• Landcare networks (East Gippsland, Far East Victoria, Snowy River Interstate, High Country)
  • Gippsland Agricultural Group
  • Agriculture industry representatives through the ‘Sowing the Gap’ Project Steering Group.

The discussions and feedback from these workshops were used to inform the vision, priority outcomes, and targets for each of the landscape areas, informed by all regional partners. Additional direct invitations for input from Southern Rural Water, East Gippsland Water and Wellington Shire Council were also sought.

Feedback from these workshops and initial community consultation through the RCS website was incorporated into the draft RCS.

The East Gippsland RCS website (www.eastgippsland.rcs.vic.gov.au) provided the primary platform for community consultation, running from early December 2021 through to the end of February 2022. Consultation on the website was supported by traditional and social media campaigns to raise awareness and encourage participation in the RCS development process.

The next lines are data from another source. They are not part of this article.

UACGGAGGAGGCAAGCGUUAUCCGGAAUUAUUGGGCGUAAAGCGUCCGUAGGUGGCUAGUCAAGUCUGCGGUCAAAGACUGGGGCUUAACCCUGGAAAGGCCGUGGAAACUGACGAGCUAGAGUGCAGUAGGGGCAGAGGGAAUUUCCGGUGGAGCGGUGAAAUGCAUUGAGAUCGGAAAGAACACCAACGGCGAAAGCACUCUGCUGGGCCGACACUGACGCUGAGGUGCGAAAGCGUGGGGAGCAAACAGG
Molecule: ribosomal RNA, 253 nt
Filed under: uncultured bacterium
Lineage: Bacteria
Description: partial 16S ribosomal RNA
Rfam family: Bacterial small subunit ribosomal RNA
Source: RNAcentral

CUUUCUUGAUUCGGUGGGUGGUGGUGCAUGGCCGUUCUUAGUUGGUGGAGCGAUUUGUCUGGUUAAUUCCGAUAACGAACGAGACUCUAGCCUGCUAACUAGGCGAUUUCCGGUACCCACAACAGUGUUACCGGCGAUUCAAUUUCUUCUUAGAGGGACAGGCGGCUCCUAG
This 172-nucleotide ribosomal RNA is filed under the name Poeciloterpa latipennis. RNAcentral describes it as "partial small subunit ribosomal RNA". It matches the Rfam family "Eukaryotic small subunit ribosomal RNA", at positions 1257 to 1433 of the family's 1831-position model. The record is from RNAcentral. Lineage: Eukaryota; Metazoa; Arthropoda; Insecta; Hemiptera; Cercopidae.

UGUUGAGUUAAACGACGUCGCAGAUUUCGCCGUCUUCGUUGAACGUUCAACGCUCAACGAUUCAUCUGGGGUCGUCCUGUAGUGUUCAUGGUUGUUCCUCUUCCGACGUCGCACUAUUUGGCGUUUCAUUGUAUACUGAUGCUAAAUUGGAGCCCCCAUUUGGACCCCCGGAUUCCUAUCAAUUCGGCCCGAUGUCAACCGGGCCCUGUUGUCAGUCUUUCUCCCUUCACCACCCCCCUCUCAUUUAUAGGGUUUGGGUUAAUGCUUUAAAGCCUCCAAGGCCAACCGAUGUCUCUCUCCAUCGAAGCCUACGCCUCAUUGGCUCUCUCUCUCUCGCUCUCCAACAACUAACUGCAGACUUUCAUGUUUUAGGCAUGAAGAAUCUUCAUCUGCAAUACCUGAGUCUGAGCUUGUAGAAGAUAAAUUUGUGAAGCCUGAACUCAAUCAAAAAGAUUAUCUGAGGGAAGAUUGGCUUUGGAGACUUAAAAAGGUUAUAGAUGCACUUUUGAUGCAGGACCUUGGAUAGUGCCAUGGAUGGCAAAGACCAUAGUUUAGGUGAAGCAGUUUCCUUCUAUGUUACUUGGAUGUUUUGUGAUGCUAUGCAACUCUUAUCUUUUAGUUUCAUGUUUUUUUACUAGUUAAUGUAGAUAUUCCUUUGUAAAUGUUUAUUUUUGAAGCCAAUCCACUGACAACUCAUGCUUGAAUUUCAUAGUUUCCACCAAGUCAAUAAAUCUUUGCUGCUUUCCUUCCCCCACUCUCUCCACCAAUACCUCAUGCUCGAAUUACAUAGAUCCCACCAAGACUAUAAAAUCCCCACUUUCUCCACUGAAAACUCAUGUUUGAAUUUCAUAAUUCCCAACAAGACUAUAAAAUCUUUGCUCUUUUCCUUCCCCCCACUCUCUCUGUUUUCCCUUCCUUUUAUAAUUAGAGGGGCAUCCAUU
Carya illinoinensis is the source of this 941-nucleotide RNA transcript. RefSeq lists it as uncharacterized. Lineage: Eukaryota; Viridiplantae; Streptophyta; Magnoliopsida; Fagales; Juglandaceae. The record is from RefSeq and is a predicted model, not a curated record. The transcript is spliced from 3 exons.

Online consultation via the website was supplemented by face to face ‘open house’ events in Bairnsdale, Orbost, Cann River and Mallacoota held during February 2022. An additional online session was also be held to accommodate community members who were unable to attend one of the open house events.

It is recognised that the involvement and recognition of Traditional Owners across the RCS should be significant. To help achieve this, a stand-alone engagement process with Traditional Owners was developed to help document the relevant aspirations, and priorities in the RCS. 

The East Gippsland CMA held positive meetings with representatives from Gunaikurnai Land and Waters Aboriginal Corporation (Gunaikurnai), Nindi Ngujarn Ngarigo Monero Aboriginal Corporation (Ngarigo Monero), and Bidwell First Nations Clans (Bidwell) to support development of content for the RCS.